ATLANTA–(BUSINESS WIRE)–Genexa Inc. (“Genexa”), the first ever company to make medicine with the same effective active ingredients used by big pharma—but without any of the artificial fillers—is appealing a wrongful, adverse ruling by the National Advertising Division (“NAD”) of the Better Business Bureau. NAD’s misguided ruling stemmed from a challenge by Johnson & Johnson Consumer, Inc. (“Johnson & Johnson”) that objected to Genexa’s claims regarding its own ingredients versus competitors’ ingredients.
The following statement and opinions are attributed to Genexa Inc.
Johnson & Johnson, among other competitors, does not want consumers to know the truth about conventional OTC pain and fever medications. The truth is that just because the FDA approves of an ingredient to be used in small doses, that does not mean it is safe for use in large doses. The truth is that none of us know the long-term impact of all the assorted artificial sweeteners and other ingredients our loved ones ingest. The truth is that titanium dioxide was banned in foods by the European Union last year but remains present in conventional OTC medicines.1 The truth is that certain countries require warning labels on kids’ food products containing artificial dyes.2 The truth is that pediatricians would prefer Genexa Kids’ Pain & Fever medicine over Children’s Tylenol for their own children, based on the respective ingredients.3
NAD’s recommendations were misguided from beginning to end. First, Genexa is entitled to tell the public that pediatricians prefer Genexa Kids’ Pain & Fever medicine for their own children, based upon the ingredients, over Children’s Tylenol’s comparable products. Genexa commissioned a national survey—conducted by a highly reputable research company—of pediatricians with children between the ages of 2 and 11. The survey asked pediatricians to look at the ingredients contained in Genexa Kids’ Pain & Fever as well as the ingredients in all versions of Children’s Tylenol liquid Pain + Fever medicines and answer one question: “Which product would you prefer for your own children?” The results overwhelmingly showed that a large majority of pediatricians preferred Genexa’s product. Although we disagree with the NAD’s conclusion, we are pleased that the NAD ruled that based upon the survey results, Genexa can advertise that pediatricians prefer Genexa’s Kids’ Pain & Fever’s ingredients over those in Children’s Tylenol’s comparable products.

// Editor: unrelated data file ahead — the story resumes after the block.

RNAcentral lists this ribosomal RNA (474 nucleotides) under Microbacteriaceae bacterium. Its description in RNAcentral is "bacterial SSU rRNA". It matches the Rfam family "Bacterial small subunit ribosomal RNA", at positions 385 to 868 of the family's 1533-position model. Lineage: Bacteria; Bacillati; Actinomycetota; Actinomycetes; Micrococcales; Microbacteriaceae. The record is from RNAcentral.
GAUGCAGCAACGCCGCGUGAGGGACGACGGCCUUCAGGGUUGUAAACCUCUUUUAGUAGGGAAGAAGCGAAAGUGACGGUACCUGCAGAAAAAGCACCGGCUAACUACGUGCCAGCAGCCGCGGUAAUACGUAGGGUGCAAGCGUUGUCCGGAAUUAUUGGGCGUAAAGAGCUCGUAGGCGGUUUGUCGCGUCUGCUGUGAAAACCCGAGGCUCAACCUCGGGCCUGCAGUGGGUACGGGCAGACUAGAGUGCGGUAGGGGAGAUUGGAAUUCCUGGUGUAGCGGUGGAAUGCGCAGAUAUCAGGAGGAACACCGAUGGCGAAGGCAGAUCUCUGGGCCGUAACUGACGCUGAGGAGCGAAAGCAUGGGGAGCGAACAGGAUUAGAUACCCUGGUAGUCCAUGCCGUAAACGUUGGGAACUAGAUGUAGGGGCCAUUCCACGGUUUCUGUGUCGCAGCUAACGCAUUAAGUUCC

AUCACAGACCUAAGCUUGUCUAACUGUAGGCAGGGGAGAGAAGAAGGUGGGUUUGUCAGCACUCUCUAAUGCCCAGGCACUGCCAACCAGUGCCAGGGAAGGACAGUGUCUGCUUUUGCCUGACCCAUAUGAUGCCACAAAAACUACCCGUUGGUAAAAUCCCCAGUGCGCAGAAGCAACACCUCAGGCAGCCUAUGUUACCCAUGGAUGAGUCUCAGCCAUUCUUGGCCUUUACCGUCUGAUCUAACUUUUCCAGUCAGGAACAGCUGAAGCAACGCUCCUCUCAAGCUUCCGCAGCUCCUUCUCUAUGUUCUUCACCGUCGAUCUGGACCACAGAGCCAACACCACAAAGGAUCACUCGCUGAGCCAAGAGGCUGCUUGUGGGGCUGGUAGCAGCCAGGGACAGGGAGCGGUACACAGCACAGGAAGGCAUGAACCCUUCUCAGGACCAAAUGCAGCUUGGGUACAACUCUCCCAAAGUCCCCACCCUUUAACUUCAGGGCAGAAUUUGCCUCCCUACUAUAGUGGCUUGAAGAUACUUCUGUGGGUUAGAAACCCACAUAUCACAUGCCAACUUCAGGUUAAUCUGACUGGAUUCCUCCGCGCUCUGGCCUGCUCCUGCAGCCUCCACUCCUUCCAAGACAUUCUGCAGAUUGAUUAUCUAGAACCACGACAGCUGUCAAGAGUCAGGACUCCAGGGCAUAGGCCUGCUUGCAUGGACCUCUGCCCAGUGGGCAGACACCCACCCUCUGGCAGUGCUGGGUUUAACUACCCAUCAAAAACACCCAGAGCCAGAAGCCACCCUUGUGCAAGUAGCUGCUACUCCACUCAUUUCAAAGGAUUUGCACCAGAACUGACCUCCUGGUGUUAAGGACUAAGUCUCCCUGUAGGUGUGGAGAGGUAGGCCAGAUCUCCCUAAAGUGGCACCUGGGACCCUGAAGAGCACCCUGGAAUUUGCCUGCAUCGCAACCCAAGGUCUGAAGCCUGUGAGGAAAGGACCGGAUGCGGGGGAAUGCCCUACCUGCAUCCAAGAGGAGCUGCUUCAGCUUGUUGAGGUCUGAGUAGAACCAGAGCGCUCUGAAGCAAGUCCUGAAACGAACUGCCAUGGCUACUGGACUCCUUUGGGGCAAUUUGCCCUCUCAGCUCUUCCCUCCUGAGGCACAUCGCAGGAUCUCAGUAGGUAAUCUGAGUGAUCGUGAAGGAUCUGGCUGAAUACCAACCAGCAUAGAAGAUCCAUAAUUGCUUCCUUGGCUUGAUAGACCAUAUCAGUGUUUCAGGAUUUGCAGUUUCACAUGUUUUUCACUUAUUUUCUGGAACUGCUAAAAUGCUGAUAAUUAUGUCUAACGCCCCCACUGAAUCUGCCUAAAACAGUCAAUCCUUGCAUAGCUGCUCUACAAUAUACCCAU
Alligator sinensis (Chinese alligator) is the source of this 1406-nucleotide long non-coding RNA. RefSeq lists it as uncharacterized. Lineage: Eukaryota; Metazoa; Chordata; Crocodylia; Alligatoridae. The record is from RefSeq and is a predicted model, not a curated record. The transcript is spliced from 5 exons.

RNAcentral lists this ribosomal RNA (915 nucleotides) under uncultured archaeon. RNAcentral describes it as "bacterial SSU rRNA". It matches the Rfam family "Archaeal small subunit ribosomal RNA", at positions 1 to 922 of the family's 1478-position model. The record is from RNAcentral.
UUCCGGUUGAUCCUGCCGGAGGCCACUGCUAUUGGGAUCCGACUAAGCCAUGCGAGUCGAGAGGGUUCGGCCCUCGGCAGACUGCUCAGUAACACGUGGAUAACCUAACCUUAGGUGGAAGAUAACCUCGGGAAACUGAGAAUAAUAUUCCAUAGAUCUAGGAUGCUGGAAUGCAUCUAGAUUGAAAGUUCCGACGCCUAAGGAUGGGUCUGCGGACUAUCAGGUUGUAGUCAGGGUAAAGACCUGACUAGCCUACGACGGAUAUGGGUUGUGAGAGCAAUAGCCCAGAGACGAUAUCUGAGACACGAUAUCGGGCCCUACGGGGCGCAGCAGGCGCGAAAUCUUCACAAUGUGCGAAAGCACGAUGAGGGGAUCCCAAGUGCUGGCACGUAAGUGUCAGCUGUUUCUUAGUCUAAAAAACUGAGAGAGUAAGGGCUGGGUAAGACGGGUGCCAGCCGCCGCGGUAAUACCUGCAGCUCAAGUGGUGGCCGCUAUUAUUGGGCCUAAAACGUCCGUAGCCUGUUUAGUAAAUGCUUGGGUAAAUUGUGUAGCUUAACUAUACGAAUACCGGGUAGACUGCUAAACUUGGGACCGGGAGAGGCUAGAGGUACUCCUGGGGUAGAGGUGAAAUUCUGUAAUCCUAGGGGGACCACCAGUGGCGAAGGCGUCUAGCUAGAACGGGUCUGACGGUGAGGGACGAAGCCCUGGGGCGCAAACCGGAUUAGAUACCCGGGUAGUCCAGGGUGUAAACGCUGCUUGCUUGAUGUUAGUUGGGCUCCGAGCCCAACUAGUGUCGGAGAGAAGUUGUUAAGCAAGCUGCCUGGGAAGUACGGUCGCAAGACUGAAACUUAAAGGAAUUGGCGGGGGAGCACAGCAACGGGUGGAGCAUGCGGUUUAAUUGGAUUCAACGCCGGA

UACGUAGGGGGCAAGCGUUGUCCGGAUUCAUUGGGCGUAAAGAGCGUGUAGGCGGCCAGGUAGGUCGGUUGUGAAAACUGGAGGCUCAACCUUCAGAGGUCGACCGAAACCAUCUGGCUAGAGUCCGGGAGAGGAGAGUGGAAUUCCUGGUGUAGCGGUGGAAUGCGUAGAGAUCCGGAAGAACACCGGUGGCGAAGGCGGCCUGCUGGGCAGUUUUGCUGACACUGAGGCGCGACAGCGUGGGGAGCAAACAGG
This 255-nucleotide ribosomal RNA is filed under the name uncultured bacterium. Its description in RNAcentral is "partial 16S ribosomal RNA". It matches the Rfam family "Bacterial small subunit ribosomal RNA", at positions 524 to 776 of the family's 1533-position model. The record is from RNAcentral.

Additionally, NAD erred in its ruling with respect to Genexa’s educational advertising that addresses factual attributes of Tylenol’s ingredients. NAD opined that by pointing out such facts, Genexa might lead a person to believe that medicines containing such ingredients could be harmful to them. NAD’s reasoning in doing so seemed to be premised upon the facts that the FDA permits these ingredients in medicines and that Genexa didn’t submit any scientific evidence illustrating that such ingredients could be harmful to people. The NAD simply made an error in its characterization of the record. Genexa did indeed submit scientific evidence from highly reputable medical researchers demonstrating that some of the inactive ingredients commonly used in our medicines, and permitted by the FDA, can be harmful to people.4
Genexa stands behind each and every one of its challenged claims and looks forward to appealing NAD’s decision to the National Advertising Review Board.
Founded in 2016 by two dads on a mission to revolutionize the medicine aisle, Genexa makes medicine with the same active ingredients people need, but without the artificial ones they don’t. Genexa believes people deserve real choices. That’s why their business is built on the commitment to put people over everything. All Genexa’s products are made to the highest standards of medicine with no artificial dyes, common allergens, or unnecessary inactive ingredients. It’s real medicine, made clean. With a commitment to innovation at every turn, Genexa was recently named to Fast Company’s prestigious list of the World’s Most Innovative Companies in 2022. Learn how Genexa is putting people over everything, in everything they do, at Genexa.com.
1 Commission Regulation (EU) 2022/63 of 14 January 2022 amending Annexes II and III to Regulation (EC) No 1333/2008 of the European Parliament and of the Council as regards the food additive titanium dioxide (E 171)  OJ L 11/1
2 European Parliament. (July 7, 2008). Modernising the rules on food additives and labeling of azo dyes [Press release]. https://www.europarl.europa.eu/RegData/presse/pr_info/2008/EN/03A-DV-PRESSE_IPR(2008)07-07(33563)_EN.pdf
3 FRC, A Lieberman Company National Survey, Pediatrician Preferences, Spring, 2021
4 Reker et al., “Inactive” Ingredients in Oral Medications, Science Translational Medicine 11 eaau6753 (2019).; Yu and Guo, Non caloric artificial sweeteners exhibit antimicrobial activity against bacteria and promote bacterial evolution of antibiotic tolerance, Journal of Hazardous Materials 433 (2022) 128840.